An exhibition that traces the rise of modern art during the Austro-Hungarian Empire through the portraits of the Vienna Secessionist painters Gustav Klimt, Egon Schiele and Oskar Kokoschka.

Vienna, in the years leading up to the First World War, was a city with an identity crisis. It was at the crossroads of Europe and the centre of the Austro-Hungarian Empire, which had been disintegrating internally for many years.

This exhibition reveals the upheavals occurring concurrently in modern art through the portraits of Gustav Klimt, Egon Schiele and Oskar Kokoschka. These artists, who pioneered a new form of art called Expressionism, sought to strip away the artifice and reveal the turbulent conflict beneath using a combination of uncompromising subject matter, suppressed sexuality, and psychological introspection in their paintings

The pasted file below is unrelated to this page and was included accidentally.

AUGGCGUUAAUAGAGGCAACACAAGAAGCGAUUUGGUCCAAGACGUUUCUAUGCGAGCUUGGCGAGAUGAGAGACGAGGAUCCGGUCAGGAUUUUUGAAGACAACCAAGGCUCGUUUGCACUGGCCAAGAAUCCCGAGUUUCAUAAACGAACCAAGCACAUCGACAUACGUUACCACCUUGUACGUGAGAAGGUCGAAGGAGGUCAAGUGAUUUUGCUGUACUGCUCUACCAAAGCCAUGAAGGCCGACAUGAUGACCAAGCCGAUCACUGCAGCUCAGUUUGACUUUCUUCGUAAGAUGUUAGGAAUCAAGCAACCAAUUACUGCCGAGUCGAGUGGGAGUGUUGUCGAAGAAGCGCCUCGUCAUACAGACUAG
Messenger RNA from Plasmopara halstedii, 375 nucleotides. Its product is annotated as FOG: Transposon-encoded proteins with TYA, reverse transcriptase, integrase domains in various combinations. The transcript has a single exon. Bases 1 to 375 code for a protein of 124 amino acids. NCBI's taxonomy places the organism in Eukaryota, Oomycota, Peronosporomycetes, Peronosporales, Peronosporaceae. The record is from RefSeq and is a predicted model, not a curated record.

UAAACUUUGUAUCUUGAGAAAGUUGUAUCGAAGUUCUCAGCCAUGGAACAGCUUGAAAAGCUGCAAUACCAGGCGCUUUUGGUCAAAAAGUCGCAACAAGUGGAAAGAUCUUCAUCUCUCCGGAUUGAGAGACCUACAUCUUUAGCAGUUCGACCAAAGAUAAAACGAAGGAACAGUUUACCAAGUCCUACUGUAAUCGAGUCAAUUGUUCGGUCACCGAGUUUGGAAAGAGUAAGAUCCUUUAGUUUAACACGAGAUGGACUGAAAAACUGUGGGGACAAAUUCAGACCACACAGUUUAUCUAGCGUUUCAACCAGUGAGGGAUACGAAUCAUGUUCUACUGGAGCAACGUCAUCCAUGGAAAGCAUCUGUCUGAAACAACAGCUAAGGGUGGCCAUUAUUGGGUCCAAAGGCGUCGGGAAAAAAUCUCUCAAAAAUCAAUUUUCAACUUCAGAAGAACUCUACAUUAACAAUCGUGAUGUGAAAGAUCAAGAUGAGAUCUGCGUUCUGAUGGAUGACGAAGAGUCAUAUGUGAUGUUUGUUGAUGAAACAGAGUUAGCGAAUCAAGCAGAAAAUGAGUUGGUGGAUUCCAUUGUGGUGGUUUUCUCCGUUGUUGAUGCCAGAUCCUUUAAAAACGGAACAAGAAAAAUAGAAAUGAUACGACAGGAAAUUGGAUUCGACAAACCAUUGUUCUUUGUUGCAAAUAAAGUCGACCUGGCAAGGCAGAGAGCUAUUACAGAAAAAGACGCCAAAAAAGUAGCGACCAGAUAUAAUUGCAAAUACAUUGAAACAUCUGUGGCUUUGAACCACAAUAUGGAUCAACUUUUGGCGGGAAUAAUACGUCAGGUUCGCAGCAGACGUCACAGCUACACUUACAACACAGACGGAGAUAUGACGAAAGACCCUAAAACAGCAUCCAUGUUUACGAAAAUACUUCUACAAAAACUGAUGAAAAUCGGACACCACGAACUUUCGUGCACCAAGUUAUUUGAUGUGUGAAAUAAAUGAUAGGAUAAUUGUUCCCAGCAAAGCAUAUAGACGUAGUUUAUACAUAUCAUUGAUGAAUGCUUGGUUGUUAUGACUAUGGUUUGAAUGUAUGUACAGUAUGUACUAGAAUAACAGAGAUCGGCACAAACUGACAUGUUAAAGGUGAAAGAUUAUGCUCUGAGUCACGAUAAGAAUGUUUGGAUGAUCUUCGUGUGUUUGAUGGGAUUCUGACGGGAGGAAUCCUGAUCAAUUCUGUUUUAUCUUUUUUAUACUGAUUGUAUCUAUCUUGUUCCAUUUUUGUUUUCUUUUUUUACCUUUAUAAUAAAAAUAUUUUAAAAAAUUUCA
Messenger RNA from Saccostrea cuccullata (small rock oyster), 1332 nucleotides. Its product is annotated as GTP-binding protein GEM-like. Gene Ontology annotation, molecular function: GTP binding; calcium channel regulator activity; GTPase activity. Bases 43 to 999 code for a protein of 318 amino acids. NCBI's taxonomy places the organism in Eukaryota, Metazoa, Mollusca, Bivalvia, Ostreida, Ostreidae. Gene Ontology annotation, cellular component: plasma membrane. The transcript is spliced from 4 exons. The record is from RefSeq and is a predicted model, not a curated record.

National Gallery

Trafalgar Square, London, WC2N 5DN

020 7747 2885

Website

Opening times

Daily, 10am – 6pm (Fri, 10am – 9pm)

Closed 24 – 26 Dec and 1 Jan

Free to all

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